We honor one of our own
We all got in our cars, following our luncheon at Mt. Mitchell’s topmost restaurant. As seniors, we’re an army who travel on our bellies, frequenting restaurants in the region, making it our mission to find those that offer the best deals.
Some we flat-out nix in the process, swearing we’ll never go back; others we send to dizzying heights of glory (and financial nirvana) by relaying positive reviews to others.
There’s nothing quite so efficient as the Senior Chat Line.
We do other things, too … like support one another in life crises.
You see, on this day, we’re not there just for lunch. We’re circling the area, going down the many small road off-shoots, searching … searching … for familiar signs that tell us we’ve found our destination. Our line of five or six cars snakes along these roads, in serpentine fashion.
What’s our destination? The burial site for one of us. We’re there to pay our respects to the husband of one of the women of our complex. It’s the first year anniversary of the scattering of his ashes.
Only problem? We can’t find him.
So, we get out and look, hoping a tree, a rock promontory will kick on a memory. It’s all terribly quiet up there, as we effect a posture of solemnity. His widow feels this is the place but she’s unsure. After an uncomfortable silence, she shares that it’s probably all right to not know the exact spot, because, after all, she did cast Edward’s ashes to the four winds atop Mt. Mitchell in the first place. That said, he could be anywhere.
But she’s lost her point of reference. Why? DEM has moved the trashcan that signaled the spot. And since it’s been moved, she now lacks a marker.
She reasoned, as well, that there’d be no one more amused than her Edward, the subject of our hunt. He’d enjoy the sheer hilarity of watching a parade of elder folks endlessly circling a mountain top, to honor one of their own … searching, yet unable to find him.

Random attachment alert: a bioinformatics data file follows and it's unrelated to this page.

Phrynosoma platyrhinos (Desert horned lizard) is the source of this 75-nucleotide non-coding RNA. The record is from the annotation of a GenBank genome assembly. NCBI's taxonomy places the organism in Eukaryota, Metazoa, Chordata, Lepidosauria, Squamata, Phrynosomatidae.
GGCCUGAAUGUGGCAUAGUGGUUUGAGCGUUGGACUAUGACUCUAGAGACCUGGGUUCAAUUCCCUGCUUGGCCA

Edward enjoyed flying under the radar.
We seniors are a motley group, for sure, at all points in the aging process. Our oldest, a 92-year-old man, continues to baffle us: He goes to our gym (in the clubhouse) daily, even if he performs his athletic routine “Mr. Magoo fashion,” at the slowest revolutions.
He’s the barometer that tells us all what we’ll all face — if we’re lucky.
As to our other members, well, each year brings fresh assaults that remind us to live fully each day. There was the nimble bicyclist who suffered a stroke on a 3-state marathon run. He was an athlete who prepped endlessly … no mere weekend warrior on the roadways. It didn’t matter; he succumbed, at 66, to a genetic fault he knew nothing about.
There are the crop of new widows who’ve seen husbands of many years cut down in this time. Now, they face a life journey alone, while some even take on part-time jobs to sustain themselves, emotionally or financially.
There are those newly diagnosed with life-altering illnesses.
Whatever. Their lives are inextricably altered.
There are no places quite so dramatic for life changes as a senior community. I wonder: Have you noted these changes in your own community?
Colleen Kelly Mellor came to Asheville seven years ago for a quieter lifestyle, but that didn’t happen. On a mountain road, three years ago, her husband was hit head-on by a 12-year-old girl in a truck. He “died” following surgery (staff shocked him back to life), and they’ve been crawling back ever since. In this column, Mellor opines on life in Western North Carolina as only the “born again” can do. Published in the Wall St. Journal, among others, Mellor adds her senior view of a region often touted as one of America’s “Best Retirement Towns.”
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